Gardening is no longer confined to the ground, as many of us have long envisioned. These days, along with the overall movement towards cultivating some of our own food, container gardening — growing fruit and veg in pots and planters — is on the rise. This methodology, of course, has opened the door to gardening on apartment balconies, rooftops, patios, and windowsills. But, like any gardening, the success of a container garden has a lot to do with the medium plants are growing in.

Growing in the earth and growing in pots is quite a different thing, and the soil used with each method is, in turn, also different. In stationery gardens, we work to build the soil into a self-sufficient eco-system, using techniques like mulching, compost, and nitrogen-fixing plants. Plants in containers, however, operate in a partially different fashion, as they aren’t growing as part of a natural system. In essence, we — the cultivators — have to piece together the right ingredients for them: a potting mix.

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What Makes for a Good Potting Mix

A lot is required of a good potting mix. Unlike garden soil, which, if cared for properly, is constantly replenished with cycling plant life, a potting mix must be long-wearing on its own. It needs to be loose and airy so that drainage is good, which will prevent the mixture from getting anaerobic and prevent the roots from getting the oxygen necessary for the plant to grow well. At the same time, the soil needs to have qualities of water and nutrient retention, as these things won’t be delivered, via rain and organic matter, the same way they are in nature. The mix needs to be made of fine crumbs, strong enough to support a plant but inviting enough for young roots to take hold. The inclusion of microbes, i.e. soil life, is important as roots/plants and microorganisms have symbiotic relationships that keep both healthy. Lastly, in some climates, potting mixes do well to have properties of insulation, as plants are exposed to extremes of weather.

In other words, it’s quite a puzzle to piece together, and that’s without considering the persnickety needs of each individual type of plant. But, don’t worry it’s doable, and all of the ingredients are there to be combined, for much less cost than buying one of the bagged mixes, which tend to be lacking.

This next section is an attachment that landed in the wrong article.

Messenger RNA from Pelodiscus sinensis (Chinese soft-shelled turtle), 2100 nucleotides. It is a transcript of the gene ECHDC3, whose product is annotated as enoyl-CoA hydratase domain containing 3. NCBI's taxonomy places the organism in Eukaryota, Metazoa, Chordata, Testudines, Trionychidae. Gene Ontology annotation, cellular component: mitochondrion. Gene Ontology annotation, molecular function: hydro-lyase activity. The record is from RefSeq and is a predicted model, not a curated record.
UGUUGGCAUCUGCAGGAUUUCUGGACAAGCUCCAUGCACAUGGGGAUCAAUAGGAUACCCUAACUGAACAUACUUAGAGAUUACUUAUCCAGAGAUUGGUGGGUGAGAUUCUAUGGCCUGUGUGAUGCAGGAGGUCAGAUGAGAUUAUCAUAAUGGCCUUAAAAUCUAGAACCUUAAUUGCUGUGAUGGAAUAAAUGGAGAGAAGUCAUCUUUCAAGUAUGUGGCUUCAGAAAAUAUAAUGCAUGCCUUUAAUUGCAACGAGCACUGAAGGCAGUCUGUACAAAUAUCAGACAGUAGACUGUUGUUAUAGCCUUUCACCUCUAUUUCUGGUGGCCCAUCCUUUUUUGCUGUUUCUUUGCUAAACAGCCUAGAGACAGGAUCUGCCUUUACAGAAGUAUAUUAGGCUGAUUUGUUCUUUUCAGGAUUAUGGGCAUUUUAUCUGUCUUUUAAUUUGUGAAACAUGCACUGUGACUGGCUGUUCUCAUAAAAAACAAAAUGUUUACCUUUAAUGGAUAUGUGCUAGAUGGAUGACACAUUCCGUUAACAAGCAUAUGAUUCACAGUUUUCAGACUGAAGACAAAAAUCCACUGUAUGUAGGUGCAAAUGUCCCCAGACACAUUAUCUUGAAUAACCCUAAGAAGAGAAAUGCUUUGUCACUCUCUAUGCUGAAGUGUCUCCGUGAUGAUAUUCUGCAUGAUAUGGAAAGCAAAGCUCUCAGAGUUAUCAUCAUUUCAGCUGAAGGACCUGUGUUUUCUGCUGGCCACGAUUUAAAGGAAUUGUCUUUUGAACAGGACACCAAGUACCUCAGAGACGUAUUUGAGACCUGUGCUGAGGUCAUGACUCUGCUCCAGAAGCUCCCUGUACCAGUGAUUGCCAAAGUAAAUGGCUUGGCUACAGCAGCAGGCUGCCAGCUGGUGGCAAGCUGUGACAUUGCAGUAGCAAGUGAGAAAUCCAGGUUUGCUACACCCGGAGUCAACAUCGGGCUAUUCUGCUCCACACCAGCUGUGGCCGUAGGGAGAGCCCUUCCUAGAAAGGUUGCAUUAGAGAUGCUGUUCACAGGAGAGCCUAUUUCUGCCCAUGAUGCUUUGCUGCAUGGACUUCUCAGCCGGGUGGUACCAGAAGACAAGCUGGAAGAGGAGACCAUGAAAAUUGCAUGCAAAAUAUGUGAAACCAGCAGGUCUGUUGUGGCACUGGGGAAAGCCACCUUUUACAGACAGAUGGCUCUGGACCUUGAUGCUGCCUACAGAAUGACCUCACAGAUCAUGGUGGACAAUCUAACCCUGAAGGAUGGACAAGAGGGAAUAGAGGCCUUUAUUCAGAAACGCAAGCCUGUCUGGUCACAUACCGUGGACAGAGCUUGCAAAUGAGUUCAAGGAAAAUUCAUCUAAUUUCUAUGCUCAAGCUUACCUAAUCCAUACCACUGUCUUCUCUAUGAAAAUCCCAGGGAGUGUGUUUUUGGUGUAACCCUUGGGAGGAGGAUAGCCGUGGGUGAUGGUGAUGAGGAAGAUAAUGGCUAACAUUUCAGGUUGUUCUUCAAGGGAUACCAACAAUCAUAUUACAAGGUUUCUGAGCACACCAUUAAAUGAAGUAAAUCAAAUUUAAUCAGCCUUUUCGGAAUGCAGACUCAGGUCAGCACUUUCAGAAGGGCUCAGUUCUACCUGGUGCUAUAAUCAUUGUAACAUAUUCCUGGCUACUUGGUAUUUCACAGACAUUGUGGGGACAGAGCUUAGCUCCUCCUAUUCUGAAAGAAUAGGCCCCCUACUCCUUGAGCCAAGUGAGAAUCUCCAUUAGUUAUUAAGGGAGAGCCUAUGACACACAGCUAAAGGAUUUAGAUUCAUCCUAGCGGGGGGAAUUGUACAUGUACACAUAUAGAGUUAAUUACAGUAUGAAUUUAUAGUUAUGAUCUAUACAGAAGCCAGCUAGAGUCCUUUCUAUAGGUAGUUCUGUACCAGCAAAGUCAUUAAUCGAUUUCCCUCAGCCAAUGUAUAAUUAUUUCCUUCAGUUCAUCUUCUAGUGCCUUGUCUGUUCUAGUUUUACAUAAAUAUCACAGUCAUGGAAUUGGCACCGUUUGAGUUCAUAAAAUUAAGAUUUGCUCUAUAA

Your List of Ingredients

The trick to make a good but inexpensive potting mix is using things that perform multiple functions.

Coconut Coir, aka Coir Peat

Obviously, we want to make ecologically responsible choices here, and coconut coir is a much sounder choice than peat moss. Both of the components perform the same functions. They have a long shelf-life (take a long time to decompose), are great retainers of water, and help to keep the soil airy rather than compacted, as it would be with things that break down quickly. Coconut coir will also add some insulation to the mix.

Vermiculite, Perlite or Coarse Sand

The name of the game here is aeration, and to boot, these elements, whichever we choose, will add moisture retention as well as helping with drainage, though obviously retaining moisture and drainage seem opposites. Vermiculite and perlite are both basically mineral rocks that have been heated to expand their particles, and both are available at just about any nursery. Vermiculite retains much more water than perlite, so it is not recommended for more aquatically challenged plants like cacti. Coarse sand is the cheapest, less hoorah-ed, option but is the best for weighting down plant pots.

Organic Compost

What garden would be complete without some organic compost? Ideally, this compost would come from home, but for beginners, with compost not yet ready to roll, a commercial organic compost will work just fine. (Get that home compost going, though.) Compost brings a lot to the table: It has minerals, moisture, microbes and makes the growing media stronger, able to absorb swings in pH balance. Very importantly, the compost needs to be sieved so that it is particular fine in the mixture, filling in the spaces between coir and vermiculite so that the roots are supported.

Putting It All Together

Now that the core ingredients are gathered, the mix can be made. This begins by soaking the coconut coir in water (about half the volume of water as the coir). Add and mix in the vermiculite, perlite or sand (or mixture thereof) as an equal quantity to the coconut coir. Then, the compost (and worm castings) can be added, and the whole thing mixed once more. For a nutritive boost, some people add a little rock mineral mix, slow-release organic fertilizer, and/or seaweed. Then, it’s time to get some plants growing.

Image source: James Lumb/Flickr

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